Identity in Christ: The Need for Grounding

Identification – 1a : an act of identifying : the state of being identified  b : evidence of identity  2a : psychological orientation of the self in regard to something (as a person or group) with a resulting feeling of close emotional association  b : a largely unconscious process whereby an individual models thoughts, feelings, and actions after those attributed to an object that has been incorporated as a mental image (from Merriam-Webster online)

Recently I’ve had a couple of interesting conversations about singles being told to find their identity in Christ.  In each of these conversations, their has been a general disdain for the encouragement, mainly due to its nebulous nature.  As someone who loves to probe into what Christians really mean when they use cliches and canned phrases, I am grateful that my dear friends brought this one to my attention, as singles often hear it without understanding how or why exactly they are supposed to act on it.  Over the next few blog posts, allow me to offer some suggestions for what it means to find your identity in Christ, why it is important, and how to do so.

James, the author of the epistle that bears his name, asks, “What is your life?”  His answer is shocking and offensive.  “You are a mist that appears for a little time and then vanishes.”[1]  Said in another, more common biblical metaphor is that you are like the grass that withers and dies.[2]    The Bible is very clear that you and every human life is here today and gone tomorrow.  If you are able to step back and see your life from start to finish, you will see that the time you spend on Earth is but a blink of the eye.  The average American will spend close to eighty years on this planet.  Eighty years compared to the 5,000 year old Bristlecone Pine shows us that we are short lived even in comparison to other living creatures, not to mention the brevity of our lives compared against eternity.[3]  Evolutionary scientists and those who have bought into their worldview hold up this short stint on planet Earth as all of life.  This is it.  We’re born.  We live.  We die.  We have a definite beginning and a definite end.  Viewing this short life on earth as the sum total of existence is depressing.  I believe this is what Solomon is getting at when he says, “Vanity of vanities, all is vanity!”[4]  Seeing life as nothing more than our physical existence, the repetition of natural events, the constant need to work, and the lack of satisfaction that it all brings leads even the biblical writer to despair.  Few, therefore, can truly and completely embrace this view.  Humans have a unique understanding that there is more to life than this life.  In fact, I would challenge anyone to find a people or a culture from anywhere or anytime that does not have some understanding of the transcendent, of a life and reality beyond this short existence we have.  Reincarnation, Valhalla, and a host of other myths are the outworking of God placing “eternity in the hearts of men.”[5]  We are aware that there is more to life than this physical existence.   we create myths to come to grips with the tension between the realization of our finitude and our sense of eternity. We seek to ground and give purpose to our existence in something transcendent.  This is a natural and necessary part of human existence.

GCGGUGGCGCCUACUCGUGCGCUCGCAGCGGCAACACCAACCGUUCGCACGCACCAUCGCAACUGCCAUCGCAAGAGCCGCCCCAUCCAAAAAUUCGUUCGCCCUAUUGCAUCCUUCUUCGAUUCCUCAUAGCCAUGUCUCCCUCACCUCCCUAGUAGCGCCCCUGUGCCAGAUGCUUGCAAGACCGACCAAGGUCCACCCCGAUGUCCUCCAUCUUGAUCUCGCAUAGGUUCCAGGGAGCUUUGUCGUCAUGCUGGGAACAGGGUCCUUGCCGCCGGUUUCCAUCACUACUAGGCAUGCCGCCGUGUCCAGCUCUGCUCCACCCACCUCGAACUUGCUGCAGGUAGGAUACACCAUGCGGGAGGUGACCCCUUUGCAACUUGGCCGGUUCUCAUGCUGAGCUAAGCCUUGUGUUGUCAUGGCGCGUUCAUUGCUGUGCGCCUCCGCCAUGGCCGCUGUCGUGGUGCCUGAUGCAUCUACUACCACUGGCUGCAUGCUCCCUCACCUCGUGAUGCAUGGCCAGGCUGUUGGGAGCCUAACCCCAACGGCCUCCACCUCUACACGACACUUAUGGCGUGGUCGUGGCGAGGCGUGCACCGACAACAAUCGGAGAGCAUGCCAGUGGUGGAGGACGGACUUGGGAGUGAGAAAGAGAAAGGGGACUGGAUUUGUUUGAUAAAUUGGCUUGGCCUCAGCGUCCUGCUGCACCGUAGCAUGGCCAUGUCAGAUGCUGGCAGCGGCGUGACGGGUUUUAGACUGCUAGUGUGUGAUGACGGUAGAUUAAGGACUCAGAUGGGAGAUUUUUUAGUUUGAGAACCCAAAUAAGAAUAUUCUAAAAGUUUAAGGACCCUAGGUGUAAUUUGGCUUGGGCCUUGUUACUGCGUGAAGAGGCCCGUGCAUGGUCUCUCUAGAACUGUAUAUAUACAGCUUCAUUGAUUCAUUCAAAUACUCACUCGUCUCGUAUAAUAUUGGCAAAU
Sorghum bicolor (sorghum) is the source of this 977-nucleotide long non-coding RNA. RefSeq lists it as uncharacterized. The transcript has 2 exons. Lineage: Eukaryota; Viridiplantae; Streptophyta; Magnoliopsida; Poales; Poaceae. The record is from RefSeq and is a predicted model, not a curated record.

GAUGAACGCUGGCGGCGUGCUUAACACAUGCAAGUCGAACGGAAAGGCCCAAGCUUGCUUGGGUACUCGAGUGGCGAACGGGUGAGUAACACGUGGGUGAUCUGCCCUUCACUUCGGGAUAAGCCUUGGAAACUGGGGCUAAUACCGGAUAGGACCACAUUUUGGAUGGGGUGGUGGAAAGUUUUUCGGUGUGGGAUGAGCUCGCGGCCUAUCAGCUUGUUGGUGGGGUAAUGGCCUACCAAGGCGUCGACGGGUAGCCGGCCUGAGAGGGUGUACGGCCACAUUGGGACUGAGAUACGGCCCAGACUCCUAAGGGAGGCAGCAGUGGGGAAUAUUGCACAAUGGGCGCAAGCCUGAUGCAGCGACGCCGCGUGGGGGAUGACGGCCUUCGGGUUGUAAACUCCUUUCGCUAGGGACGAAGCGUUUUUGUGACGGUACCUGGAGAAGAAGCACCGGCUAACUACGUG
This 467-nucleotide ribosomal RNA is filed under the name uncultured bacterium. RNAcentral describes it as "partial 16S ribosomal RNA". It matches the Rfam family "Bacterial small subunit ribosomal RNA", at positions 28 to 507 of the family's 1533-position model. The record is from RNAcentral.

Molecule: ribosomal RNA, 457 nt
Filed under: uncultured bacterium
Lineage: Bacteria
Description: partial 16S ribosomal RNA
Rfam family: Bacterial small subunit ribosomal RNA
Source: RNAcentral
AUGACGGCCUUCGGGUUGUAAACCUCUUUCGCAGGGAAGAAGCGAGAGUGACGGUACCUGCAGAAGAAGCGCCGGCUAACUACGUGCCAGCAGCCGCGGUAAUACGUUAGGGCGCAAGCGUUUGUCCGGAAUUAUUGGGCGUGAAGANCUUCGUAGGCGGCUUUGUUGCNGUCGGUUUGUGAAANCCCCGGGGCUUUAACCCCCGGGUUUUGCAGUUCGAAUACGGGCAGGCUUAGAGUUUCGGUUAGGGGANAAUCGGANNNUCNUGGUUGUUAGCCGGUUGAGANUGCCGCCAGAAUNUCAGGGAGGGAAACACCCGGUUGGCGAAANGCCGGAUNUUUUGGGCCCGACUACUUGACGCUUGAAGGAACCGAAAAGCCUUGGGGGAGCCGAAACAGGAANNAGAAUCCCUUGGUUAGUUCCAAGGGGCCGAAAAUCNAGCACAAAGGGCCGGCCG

[1] James 4:14

[2] Ps. 37:2; Is. 40:7; et al

[3] http://en.wikipedia.org/wiki/Great_Basin_Bristlecone_Pine

[4] Ecc. 1:2

[5] Ecc. 3:11

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